Indicted Vs Charged- What’s the Difference?
The main difference between being charged versus indicted mainly relies on who actually files the charges. An indictment is when charges are filed by a grand jury against the defendant. Regular charges are filed by a prosecutor. When individuals face legal action, some might question what the difference is between being indicted and charged.
A criminal charge is an official allegation that an individual committed one or more crimes. Once the charge becomes formal, a bench warrant can be issued for the individual’s arrest. If the arrest is on a warrant, the police officer should provide a copy of the warrant, which will state the charges. Note that criminal charges may be changed at a later time by the prosecutor or grand jury.
For arrests on a misdemeanor offense, the state prosecutor must charge the individual within a certain period of time after the arrest. For arrests on a felony charge, the state prosecutor has more time to file charges. If charges are not filed properly, the prosecutor cannot move forward with filing charges and the case could be dismissed.
Once the individual has been charged, an arraignment hearing comes next. Or, if appropriate, an attorney could file a plea in writing on the individual’s behalf. If the plea is not guilty, another court date will be set and the case will go forward to trial.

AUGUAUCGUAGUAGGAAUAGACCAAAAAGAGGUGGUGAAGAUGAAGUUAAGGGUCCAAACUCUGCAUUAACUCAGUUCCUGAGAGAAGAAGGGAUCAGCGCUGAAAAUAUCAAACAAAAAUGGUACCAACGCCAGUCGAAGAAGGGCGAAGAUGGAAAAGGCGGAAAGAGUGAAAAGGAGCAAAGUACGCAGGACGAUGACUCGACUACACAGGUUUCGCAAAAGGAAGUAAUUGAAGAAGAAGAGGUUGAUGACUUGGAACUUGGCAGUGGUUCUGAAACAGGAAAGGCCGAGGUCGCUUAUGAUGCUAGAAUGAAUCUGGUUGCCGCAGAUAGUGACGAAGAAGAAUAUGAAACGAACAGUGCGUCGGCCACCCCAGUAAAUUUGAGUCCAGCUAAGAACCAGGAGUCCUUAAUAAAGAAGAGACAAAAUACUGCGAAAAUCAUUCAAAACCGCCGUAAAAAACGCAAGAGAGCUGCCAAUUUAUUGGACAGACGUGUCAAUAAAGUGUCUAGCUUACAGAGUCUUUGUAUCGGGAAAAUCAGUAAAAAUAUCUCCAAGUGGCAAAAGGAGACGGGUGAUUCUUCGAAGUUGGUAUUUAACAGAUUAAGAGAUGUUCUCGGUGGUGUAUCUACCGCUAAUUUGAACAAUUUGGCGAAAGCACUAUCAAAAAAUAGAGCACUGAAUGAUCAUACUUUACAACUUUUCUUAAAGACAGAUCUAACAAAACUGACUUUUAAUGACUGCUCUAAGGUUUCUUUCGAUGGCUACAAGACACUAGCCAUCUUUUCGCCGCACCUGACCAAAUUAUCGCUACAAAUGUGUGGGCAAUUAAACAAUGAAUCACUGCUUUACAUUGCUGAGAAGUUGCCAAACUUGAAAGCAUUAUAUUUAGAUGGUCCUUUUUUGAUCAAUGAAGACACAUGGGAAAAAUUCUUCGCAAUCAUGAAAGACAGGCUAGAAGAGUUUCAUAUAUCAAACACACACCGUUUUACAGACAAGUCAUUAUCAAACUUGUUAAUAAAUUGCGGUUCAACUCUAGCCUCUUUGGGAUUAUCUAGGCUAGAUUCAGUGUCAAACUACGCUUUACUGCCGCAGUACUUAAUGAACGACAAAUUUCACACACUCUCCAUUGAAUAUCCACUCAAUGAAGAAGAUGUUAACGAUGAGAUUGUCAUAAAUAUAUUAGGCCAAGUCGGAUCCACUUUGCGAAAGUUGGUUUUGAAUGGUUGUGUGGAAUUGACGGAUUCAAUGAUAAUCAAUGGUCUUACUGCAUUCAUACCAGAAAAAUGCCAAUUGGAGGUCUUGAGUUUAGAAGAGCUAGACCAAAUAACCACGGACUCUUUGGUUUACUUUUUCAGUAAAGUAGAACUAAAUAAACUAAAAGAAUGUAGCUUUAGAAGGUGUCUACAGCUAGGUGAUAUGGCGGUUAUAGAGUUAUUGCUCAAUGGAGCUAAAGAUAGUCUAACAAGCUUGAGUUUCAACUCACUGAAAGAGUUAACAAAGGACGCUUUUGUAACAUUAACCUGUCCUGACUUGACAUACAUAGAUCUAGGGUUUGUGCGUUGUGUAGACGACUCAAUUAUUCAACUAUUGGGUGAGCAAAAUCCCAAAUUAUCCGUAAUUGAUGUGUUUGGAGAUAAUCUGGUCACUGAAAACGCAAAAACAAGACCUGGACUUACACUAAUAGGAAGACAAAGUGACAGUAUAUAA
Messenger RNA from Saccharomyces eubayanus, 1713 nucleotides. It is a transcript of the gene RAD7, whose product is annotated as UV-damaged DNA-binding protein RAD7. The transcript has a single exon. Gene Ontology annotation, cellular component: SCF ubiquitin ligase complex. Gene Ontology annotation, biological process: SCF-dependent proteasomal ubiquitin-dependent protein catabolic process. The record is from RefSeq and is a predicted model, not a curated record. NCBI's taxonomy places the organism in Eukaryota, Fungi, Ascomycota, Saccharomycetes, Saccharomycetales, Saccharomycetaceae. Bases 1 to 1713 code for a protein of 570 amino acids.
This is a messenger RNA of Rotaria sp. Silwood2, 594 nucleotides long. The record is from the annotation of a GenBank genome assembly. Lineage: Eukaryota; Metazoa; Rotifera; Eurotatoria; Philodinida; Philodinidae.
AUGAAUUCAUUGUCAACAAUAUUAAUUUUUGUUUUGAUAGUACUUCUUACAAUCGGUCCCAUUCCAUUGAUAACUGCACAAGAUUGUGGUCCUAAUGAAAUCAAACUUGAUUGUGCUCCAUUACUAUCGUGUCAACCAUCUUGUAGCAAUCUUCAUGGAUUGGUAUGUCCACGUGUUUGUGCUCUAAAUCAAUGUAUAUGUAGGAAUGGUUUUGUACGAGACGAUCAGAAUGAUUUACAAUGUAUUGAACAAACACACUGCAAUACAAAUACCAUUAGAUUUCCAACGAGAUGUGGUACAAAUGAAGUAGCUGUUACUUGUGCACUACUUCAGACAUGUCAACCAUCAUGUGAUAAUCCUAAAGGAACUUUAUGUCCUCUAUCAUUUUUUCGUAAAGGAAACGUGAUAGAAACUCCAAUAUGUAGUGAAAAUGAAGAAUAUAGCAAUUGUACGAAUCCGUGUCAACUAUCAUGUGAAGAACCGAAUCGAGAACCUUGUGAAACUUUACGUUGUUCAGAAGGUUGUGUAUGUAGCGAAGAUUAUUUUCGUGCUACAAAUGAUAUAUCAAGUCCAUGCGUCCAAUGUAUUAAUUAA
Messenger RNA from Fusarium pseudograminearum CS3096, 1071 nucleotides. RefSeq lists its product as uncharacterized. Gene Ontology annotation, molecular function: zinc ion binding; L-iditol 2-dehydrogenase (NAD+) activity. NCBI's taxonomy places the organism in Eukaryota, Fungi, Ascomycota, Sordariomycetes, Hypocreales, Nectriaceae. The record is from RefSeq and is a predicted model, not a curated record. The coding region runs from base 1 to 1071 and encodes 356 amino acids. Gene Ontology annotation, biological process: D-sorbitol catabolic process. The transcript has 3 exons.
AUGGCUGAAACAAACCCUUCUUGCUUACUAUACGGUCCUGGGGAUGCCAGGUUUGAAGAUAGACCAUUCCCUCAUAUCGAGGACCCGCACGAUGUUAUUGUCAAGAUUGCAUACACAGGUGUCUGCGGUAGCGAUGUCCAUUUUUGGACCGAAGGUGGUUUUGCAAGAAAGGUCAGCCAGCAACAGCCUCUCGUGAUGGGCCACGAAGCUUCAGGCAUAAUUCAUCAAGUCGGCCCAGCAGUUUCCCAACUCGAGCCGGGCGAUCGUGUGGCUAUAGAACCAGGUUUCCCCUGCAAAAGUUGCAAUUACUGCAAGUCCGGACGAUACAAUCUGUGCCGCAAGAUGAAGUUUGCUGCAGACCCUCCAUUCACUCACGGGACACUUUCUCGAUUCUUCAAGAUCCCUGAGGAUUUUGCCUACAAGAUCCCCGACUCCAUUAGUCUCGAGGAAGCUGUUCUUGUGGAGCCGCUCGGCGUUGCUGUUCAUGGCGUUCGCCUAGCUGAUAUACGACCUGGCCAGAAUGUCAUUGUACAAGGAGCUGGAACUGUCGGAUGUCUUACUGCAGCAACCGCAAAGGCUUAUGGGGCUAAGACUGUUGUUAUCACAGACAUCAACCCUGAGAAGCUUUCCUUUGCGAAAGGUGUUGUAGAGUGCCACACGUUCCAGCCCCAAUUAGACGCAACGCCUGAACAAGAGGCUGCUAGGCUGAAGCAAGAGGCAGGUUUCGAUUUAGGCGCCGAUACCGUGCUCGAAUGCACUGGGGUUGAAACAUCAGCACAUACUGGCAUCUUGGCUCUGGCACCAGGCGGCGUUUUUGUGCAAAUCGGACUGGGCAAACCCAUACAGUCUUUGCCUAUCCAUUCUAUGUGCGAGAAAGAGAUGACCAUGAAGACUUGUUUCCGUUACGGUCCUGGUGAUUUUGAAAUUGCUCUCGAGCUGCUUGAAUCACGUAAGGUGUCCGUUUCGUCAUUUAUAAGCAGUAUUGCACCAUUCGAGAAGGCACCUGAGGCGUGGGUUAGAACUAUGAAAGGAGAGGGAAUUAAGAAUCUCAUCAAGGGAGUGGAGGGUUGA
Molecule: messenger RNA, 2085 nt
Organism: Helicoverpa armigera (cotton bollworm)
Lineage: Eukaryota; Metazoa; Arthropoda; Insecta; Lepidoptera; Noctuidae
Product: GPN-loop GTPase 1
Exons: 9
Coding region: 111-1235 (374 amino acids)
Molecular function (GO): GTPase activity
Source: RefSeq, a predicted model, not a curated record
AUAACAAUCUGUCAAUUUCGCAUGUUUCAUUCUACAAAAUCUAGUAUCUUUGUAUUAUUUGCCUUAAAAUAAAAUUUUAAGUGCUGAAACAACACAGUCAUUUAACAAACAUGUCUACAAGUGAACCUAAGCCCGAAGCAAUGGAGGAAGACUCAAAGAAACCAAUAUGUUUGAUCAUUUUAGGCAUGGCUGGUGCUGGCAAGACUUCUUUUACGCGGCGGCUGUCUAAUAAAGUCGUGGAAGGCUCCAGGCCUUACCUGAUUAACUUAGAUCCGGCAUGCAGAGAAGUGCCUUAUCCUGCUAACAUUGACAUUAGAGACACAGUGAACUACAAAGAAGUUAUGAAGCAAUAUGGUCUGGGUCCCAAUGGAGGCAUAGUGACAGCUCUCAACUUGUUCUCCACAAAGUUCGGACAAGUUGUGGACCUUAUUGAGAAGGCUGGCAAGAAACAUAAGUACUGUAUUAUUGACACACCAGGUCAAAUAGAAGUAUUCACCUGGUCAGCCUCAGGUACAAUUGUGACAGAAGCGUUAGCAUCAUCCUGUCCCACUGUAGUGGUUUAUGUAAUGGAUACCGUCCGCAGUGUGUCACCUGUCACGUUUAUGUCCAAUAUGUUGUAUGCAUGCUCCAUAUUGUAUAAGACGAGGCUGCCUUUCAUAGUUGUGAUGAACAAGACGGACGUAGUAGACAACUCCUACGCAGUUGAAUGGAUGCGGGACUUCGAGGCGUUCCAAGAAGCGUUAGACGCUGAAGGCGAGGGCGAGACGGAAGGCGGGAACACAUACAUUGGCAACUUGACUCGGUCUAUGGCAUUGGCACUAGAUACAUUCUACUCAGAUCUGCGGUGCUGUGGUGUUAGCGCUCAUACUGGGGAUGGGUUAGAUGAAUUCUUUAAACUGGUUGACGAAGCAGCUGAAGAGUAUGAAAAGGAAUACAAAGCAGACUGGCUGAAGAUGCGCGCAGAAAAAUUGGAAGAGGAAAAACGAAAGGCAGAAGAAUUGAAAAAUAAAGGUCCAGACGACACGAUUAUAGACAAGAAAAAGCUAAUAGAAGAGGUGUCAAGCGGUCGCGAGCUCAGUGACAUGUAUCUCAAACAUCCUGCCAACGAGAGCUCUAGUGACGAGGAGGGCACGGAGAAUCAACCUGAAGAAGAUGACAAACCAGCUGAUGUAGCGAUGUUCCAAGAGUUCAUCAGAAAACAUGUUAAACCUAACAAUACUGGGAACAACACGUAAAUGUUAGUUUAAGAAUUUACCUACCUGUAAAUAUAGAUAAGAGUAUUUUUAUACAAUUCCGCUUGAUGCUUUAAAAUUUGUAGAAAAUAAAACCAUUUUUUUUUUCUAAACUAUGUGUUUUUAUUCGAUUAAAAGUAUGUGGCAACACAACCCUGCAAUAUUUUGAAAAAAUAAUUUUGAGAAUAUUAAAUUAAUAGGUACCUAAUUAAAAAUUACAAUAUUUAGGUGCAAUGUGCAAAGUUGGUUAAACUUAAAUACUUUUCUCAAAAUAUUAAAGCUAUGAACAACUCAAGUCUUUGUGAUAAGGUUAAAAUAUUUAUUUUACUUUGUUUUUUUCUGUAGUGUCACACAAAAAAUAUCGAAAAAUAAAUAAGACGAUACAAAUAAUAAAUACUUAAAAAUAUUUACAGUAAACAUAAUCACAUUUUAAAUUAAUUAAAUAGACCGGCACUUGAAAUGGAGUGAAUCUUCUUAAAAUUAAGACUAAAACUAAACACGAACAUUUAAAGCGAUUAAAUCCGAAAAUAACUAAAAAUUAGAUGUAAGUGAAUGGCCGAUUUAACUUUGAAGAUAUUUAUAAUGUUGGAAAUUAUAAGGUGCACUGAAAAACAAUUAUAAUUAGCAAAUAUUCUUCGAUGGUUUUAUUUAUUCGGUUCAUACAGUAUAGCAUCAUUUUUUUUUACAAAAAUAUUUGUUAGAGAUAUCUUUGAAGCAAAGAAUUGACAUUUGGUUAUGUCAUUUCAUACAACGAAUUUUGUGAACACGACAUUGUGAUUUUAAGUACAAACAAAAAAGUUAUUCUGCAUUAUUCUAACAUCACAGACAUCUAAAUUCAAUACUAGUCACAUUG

For indictments, in most states, they are issued if a felony has allegedly been committed. In most cases, most prosecutors leave it to the grand jury to decide whether or not to charge the individual with a felony. All capital crimes and those for which the death penalty is a punishment must be presented by an indictment.
An individual can waive the right to have the criminal case brought in front of the grand jury. The case would then start with an information, which is another way an individual can be charged with a crime. The grand jury simply decides if charges should be brought against the individual and what they should be. They do not require a unanimous decision and can only require a simple majority to indict. Some grand juries can have up to 23 jurors, as opposed to six or twelve on regular juries.
The indictment contains all personal information, allegations regarding the facts of the case, and the time and places the alleged offense was charged.
If the indictment is issued, the judge issues an arrest warrant. After the arrest, a bond can be requested to be let out of jail before the trial occurs.
According to Federal Charges, after an arrest and before charges are issued, the police write an arrest report and give it to the prosecutor. Based on the information in the report, the state prosecutor can choose to file the complaint with the trial courts, go to the grand jury, or discontinue further pursuit.
Since most charges are required to be filed within a short time period, the crime that the individual is charged with can change over time.